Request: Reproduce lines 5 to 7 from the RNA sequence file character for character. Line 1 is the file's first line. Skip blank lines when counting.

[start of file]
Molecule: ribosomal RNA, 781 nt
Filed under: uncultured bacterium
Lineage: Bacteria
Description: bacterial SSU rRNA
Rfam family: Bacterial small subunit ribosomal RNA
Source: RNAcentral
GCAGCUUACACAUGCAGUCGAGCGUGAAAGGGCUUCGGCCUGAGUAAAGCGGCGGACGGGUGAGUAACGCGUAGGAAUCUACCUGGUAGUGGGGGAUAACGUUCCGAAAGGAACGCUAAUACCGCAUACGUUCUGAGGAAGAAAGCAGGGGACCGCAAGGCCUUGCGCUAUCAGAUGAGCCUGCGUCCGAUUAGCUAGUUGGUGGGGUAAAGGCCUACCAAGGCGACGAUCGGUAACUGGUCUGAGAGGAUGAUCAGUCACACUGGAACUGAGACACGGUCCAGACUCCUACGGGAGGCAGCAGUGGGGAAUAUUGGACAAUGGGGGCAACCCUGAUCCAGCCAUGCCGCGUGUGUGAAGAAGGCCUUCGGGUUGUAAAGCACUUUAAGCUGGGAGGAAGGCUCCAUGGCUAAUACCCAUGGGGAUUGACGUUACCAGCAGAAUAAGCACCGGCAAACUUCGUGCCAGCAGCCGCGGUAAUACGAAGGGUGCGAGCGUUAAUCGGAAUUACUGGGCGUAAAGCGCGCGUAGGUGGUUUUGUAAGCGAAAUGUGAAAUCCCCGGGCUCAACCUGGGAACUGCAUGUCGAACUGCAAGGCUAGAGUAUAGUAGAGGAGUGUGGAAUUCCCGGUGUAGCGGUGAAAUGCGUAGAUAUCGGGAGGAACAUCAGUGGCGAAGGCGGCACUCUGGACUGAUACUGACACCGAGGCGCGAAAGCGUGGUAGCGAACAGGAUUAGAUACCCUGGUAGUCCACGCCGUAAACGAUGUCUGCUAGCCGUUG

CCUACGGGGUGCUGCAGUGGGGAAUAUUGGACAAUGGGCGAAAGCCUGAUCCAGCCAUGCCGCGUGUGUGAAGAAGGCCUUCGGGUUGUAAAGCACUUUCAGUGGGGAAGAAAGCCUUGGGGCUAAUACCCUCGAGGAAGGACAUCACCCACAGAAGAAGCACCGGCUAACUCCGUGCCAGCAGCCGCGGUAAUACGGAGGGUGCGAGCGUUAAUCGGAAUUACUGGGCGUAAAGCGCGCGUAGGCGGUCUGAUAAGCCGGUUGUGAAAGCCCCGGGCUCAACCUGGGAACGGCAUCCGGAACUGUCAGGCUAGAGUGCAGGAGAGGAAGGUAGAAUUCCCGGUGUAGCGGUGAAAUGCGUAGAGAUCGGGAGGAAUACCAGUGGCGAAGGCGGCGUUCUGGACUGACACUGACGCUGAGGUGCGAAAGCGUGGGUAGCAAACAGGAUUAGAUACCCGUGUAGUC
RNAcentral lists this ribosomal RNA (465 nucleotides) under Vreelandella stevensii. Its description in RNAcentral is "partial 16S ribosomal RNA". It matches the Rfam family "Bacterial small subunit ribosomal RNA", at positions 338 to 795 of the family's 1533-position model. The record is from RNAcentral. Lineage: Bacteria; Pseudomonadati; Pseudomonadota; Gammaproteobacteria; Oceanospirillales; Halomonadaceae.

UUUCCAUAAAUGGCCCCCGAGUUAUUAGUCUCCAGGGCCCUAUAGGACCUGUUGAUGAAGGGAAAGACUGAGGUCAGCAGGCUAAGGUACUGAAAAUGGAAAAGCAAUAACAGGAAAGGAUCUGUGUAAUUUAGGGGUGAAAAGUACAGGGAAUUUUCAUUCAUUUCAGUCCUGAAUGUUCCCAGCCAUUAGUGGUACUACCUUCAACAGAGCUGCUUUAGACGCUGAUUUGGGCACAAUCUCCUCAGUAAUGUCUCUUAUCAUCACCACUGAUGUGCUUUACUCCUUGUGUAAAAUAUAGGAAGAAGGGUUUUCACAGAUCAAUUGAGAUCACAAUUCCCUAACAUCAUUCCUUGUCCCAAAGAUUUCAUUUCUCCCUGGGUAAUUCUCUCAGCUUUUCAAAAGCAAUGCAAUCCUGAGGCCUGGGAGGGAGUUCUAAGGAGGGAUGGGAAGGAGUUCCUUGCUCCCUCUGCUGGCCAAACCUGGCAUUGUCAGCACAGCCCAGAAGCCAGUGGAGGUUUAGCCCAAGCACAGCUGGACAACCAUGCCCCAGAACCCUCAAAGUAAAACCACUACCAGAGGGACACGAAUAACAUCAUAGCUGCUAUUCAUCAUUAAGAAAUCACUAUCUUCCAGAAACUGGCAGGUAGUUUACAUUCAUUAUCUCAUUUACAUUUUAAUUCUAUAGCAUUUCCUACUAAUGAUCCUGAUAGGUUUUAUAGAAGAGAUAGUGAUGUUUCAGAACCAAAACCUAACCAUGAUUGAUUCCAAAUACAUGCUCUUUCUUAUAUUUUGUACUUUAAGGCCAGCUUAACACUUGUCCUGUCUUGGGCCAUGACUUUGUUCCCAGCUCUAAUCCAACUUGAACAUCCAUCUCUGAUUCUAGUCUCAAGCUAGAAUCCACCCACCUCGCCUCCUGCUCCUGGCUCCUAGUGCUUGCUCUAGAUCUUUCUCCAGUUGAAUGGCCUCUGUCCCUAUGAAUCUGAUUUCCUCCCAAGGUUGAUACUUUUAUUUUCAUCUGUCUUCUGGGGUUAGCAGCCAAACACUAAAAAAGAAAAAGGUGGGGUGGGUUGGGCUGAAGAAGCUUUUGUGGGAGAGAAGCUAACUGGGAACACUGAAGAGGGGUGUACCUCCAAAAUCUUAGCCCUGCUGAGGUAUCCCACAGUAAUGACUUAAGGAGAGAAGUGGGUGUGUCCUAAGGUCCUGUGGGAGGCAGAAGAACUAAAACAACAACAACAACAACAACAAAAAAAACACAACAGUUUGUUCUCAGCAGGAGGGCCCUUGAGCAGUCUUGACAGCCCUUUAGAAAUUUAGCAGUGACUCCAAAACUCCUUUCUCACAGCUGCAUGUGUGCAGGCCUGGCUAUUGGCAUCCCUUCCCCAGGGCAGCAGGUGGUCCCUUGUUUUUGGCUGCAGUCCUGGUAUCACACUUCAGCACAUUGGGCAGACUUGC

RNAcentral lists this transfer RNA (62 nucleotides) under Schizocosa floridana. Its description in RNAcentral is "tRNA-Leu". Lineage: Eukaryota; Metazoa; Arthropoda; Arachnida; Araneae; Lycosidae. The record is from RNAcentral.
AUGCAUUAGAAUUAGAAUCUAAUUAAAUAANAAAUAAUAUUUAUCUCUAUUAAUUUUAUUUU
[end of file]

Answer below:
Rfam family: Bacterial small subunit ribosomal RNA
Source: RNAcentral
GCAGCUUACACAUGCAGUCGAGCGUGAAAGGGCUUCGGCCUGAGUAAAGCGGCGGACGGGUGAGUAACGCGUAGGAAUCUACCUGGUAGUGGGGGAUAACGUUCCGAAAGGAACGCUAAUACCGCAUACGUUCUGAGGAAGAAAGCAGGGGACCGCAAGGCCUUGCGCUAUCAGAUGAGCCUGCGUCCGAUUAGCUAGUUGGUGGGGUAAAGGCCUACCAAGGCGACGAUCGGUAACUGGUCUGAGAGGAUGAUCAGUCACACUGGAACUGAGACACGGUCCAGACUCCUACGGGAGGCAGCAGUGGGGAAUAUUGGACAAUGGGGGCAACCCUGAUCCAGCCAUGCCGCGUGUGUGAAGAAGGCCUUCGGGUUGUAAAGCACUUUAAGCUGGGAGGAAGGCUCCAUGGCUAAUACCCAUGGGGAUUGACGUUACCAGCAGAAUAAGCACCGGCAAACUUCGUGCCAGCAGCCGCGGUAAUACGAAGGGUGCGAGCGUUAAUCGGAAUUACUGGGCGUAAAGCGCGCGUAGGUGGUUUUGUAAGCGAAAUGUGAAAUCCCCGGGCUCAACCUGGGAACUGCAUGUCGAACUGCAAGGCUAGAGUAUAGUAGAGGAGUGUGGAAUUCCCGGUGUAGCGGUGAAAUGCGUAGAUAUCGGGAGGAACAUCAGUGGCGAAGGCGGCACUCUGGACUGAUACUGACACCGAGGCGCGAAAGCGUGGUAGCGAACAGGAUUAGAUACCCUGGUAGUCCACGCCGUAAACGAUGUCUGCUAGCCGUUG